In Wisconsin, most employers must have workers’ compensation coverage. Employers either purchase a workers’ comp policy from a private insurance company or receive certification from the state to self-insure. Self-insured employers pay their own claims. (For this reason, the state typically only grants approval to large companies with enough money to pay out claims.)
Unlike other personal injury claims, workers’ compensation is a no-fault system. This means you can usually get benefits even if your actions contributed to the accident or injury. Likewise, you can collect benefits even if your employer did nothing wrong. As long as your injury happened on the job or was caused by your work activities, you will typically be eligible for benefits.
However, in exchange for this no-fault system, workers are only entitled to specific benefits. Most notably, you cannot receive compensation for your pain and suffering in a workers’ compensation claim. However, eligible workers may receive:
Workers’ comp is also your exclusive remedy against your employer—meaning that you cannot file a civil lawsuit demanding it pay additional damages or compensation.
Every workers’ compensation claim is different. Your eligibility for benefits will vary, depending on the facts of your claim and the severity of your injuries. If you need help calculating your benefits or understanding your rights, contact a workers’ comp lawyer. Or, to learn more, see our article on the different types of workers' comp benefits.
A Wisconsin workers’ compensation claim begins when you notify your employer of an injury or occupational illness. You should notify your employer of a work-related injury within 30 days. If you do not notify your employer of the injury within two years, you will lose your right to collect benefits. Your notice may be either written or oral.
When you notify your employer, you should include the following information:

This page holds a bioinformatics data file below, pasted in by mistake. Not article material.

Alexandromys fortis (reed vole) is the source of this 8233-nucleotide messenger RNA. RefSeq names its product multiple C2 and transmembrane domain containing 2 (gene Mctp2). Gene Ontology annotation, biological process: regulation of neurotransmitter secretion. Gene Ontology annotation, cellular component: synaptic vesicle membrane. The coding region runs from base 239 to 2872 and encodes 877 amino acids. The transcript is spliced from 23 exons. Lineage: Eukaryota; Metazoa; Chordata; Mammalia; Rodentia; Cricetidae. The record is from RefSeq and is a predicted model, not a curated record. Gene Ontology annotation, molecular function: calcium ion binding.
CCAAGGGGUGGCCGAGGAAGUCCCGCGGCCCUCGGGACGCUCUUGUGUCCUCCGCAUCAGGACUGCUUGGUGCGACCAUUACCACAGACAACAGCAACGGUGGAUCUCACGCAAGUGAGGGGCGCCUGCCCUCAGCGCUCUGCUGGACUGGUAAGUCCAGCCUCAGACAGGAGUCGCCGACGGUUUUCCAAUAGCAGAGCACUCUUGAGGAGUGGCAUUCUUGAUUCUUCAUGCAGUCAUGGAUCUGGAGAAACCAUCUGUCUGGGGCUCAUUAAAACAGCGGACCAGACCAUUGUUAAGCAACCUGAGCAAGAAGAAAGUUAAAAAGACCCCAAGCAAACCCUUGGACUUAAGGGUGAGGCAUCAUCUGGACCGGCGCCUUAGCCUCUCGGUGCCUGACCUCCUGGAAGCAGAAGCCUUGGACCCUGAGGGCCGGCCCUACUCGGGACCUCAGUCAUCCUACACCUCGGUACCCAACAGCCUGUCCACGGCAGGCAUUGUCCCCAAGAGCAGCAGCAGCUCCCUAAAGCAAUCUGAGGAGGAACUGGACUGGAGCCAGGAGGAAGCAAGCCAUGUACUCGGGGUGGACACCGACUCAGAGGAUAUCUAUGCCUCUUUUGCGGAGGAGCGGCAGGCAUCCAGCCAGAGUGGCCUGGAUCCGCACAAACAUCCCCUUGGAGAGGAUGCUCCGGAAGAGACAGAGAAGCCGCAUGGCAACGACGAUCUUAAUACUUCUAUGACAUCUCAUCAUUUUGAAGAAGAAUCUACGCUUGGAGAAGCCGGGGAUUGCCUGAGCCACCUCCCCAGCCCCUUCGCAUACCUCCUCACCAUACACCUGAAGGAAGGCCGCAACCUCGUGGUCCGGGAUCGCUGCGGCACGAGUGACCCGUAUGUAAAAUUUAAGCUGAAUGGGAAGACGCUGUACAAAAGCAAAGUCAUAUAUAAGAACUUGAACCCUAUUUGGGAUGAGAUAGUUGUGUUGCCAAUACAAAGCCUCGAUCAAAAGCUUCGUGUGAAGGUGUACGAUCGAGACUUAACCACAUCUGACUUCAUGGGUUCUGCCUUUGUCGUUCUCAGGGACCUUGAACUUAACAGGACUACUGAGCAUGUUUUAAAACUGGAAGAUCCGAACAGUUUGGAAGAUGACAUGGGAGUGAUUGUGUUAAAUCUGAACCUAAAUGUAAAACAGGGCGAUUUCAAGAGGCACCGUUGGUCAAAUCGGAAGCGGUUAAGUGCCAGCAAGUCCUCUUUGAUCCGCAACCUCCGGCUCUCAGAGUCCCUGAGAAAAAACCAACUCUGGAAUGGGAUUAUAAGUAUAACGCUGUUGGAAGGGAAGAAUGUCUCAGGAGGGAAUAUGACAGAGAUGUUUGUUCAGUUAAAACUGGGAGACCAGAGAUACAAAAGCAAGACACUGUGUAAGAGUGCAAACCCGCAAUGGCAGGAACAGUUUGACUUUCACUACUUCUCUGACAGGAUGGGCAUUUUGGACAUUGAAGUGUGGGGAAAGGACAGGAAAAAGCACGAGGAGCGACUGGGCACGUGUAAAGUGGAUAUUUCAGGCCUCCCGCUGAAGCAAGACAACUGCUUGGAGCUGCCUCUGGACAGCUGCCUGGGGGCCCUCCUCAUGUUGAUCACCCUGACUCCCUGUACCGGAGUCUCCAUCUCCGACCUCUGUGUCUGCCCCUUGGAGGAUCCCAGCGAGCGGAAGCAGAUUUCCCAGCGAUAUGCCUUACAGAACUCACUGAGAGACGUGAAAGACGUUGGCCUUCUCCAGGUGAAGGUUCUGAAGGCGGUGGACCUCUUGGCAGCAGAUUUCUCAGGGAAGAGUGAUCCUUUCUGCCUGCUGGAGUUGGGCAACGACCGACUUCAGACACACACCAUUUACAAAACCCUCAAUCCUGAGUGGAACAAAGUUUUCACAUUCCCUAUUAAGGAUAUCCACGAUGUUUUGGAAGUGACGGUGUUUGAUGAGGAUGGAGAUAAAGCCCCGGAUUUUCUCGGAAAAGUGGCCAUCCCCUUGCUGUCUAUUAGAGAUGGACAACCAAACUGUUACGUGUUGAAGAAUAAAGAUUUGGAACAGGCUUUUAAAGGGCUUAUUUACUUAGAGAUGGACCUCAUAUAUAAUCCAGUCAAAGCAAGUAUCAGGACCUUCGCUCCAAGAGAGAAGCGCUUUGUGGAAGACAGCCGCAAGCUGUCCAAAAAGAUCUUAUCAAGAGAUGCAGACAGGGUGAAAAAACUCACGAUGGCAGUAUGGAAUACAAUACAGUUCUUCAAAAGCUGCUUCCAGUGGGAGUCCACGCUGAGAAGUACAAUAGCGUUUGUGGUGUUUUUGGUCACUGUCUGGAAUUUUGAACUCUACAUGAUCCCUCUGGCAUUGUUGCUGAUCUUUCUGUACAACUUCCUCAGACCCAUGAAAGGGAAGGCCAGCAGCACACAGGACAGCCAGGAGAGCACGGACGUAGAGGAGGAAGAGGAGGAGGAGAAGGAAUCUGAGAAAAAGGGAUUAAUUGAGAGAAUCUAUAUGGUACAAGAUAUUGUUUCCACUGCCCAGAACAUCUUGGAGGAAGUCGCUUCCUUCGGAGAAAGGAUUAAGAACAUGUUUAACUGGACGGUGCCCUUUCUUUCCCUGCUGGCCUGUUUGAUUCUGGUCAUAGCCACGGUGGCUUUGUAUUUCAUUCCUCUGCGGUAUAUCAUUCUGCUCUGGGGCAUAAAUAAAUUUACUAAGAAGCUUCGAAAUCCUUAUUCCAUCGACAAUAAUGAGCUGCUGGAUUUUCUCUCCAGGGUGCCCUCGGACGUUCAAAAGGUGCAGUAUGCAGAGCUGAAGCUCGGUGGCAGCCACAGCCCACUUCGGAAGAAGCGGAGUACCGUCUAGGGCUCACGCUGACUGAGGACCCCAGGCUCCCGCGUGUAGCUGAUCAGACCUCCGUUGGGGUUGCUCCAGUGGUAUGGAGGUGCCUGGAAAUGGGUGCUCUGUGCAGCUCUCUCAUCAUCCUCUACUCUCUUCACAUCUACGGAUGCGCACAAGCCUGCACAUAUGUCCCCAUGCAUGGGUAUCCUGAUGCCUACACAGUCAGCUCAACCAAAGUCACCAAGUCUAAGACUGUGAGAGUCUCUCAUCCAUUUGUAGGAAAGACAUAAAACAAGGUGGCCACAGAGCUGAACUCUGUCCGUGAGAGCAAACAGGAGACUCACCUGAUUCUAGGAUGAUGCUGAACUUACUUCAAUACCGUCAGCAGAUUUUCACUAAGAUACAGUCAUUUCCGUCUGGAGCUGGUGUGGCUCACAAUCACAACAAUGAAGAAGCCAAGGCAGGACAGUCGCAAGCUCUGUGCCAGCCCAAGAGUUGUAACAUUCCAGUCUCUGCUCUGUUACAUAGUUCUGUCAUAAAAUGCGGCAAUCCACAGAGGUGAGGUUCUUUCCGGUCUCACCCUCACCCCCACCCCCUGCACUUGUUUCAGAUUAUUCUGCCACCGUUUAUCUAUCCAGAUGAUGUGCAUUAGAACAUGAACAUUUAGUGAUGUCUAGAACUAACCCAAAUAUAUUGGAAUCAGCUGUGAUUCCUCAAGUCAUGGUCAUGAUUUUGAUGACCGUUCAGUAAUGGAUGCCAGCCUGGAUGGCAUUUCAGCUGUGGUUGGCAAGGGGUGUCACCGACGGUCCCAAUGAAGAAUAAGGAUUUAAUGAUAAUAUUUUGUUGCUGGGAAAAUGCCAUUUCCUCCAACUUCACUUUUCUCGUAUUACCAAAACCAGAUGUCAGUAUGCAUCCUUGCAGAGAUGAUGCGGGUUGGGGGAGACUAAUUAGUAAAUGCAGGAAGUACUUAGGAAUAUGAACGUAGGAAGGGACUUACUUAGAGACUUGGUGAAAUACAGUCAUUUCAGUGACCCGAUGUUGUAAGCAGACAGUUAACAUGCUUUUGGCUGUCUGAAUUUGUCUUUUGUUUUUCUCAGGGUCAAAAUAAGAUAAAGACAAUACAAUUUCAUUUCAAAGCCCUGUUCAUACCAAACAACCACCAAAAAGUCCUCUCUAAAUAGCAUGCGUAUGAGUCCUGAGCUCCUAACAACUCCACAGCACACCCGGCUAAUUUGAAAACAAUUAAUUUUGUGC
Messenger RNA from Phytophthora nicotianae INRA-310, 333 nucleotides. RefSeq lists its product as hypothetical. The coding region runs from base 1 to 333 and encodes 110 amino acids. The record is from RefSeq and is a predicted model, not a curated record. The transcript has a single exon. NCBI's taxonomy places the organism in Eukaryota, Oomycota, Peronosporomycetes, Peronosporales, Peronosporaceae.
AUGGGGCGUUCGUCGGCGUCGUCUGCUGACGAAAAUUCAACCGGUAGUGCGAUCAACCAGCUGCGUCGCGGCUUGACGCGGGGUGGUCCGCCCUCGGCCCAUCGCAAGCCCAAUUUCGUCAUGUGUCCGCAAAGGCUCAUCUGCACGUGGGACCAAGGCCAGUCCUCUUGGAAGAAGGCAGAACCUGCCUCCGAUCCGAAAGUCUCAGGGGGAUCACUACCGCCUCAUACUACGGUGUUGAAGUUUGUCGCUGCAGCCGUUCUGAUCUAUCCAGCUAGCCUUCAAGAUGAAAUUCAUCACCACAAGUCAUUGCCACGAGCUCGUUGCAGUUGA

Your employer may also ask you to fill out a written accident report. When completing the report, be as accurate as possible. Accident reports are frequently used as evidence in disputed claims, and any inconsistencies may be used against you.
Once you report an injury, your employer should let you seek medical treatment. Wisconsin workers typically can choose their own treating doctors. At your doctors' appointments, you should always provide accurate information about how you hurt yourself and the severity of your symptoms. Insurance companies rely heavily on initial medical records when they evaluate claims. Either downplaying or exaggerating your symptoms may result in a denial of benefits.
In Wisconsin, your workers' compensation claim begins once you give your employer notice. You do not need to file any additional paperwork with the Workers’ Compensation Division or your employer. It is your employer's responsibility to file a claim with its insurance company on your behalf.
The Wisconsin Workers’ Compensation Division oversees all workers’ comp claims in the state. However, the Division does not determine your initial eligibility for benefits. Instead, the insurance company or claims administrator will investigate your claim and either approve or deny benefits. This may involve:
Under Wisconsin law, the insurance company must either approve or deny your workers’ compensation benefits within 30 days of receiving your claim. However, it will generally begin benefit payments within 14 days of the last day you worked. Unfortunately, the insurance company may also decide to deny your workers' comp claim. (For common grounds for a denial, see Denied Workers’ Compensation Claims.)
If your claim is denied, you have the right to appeal. To begin an appeal, you must file an Application for Hearing with the Division. Unless your claim is very simple, you should consider hiring a workers’ compensation lawyer. A lawyer can help you negotiate with the insurance company, and if necessary, ensure that your case is properly presented to the workers' comp judge. To learn more, see Should I Hire a Workers' Comp Attorney or Can I Handle My Own Case?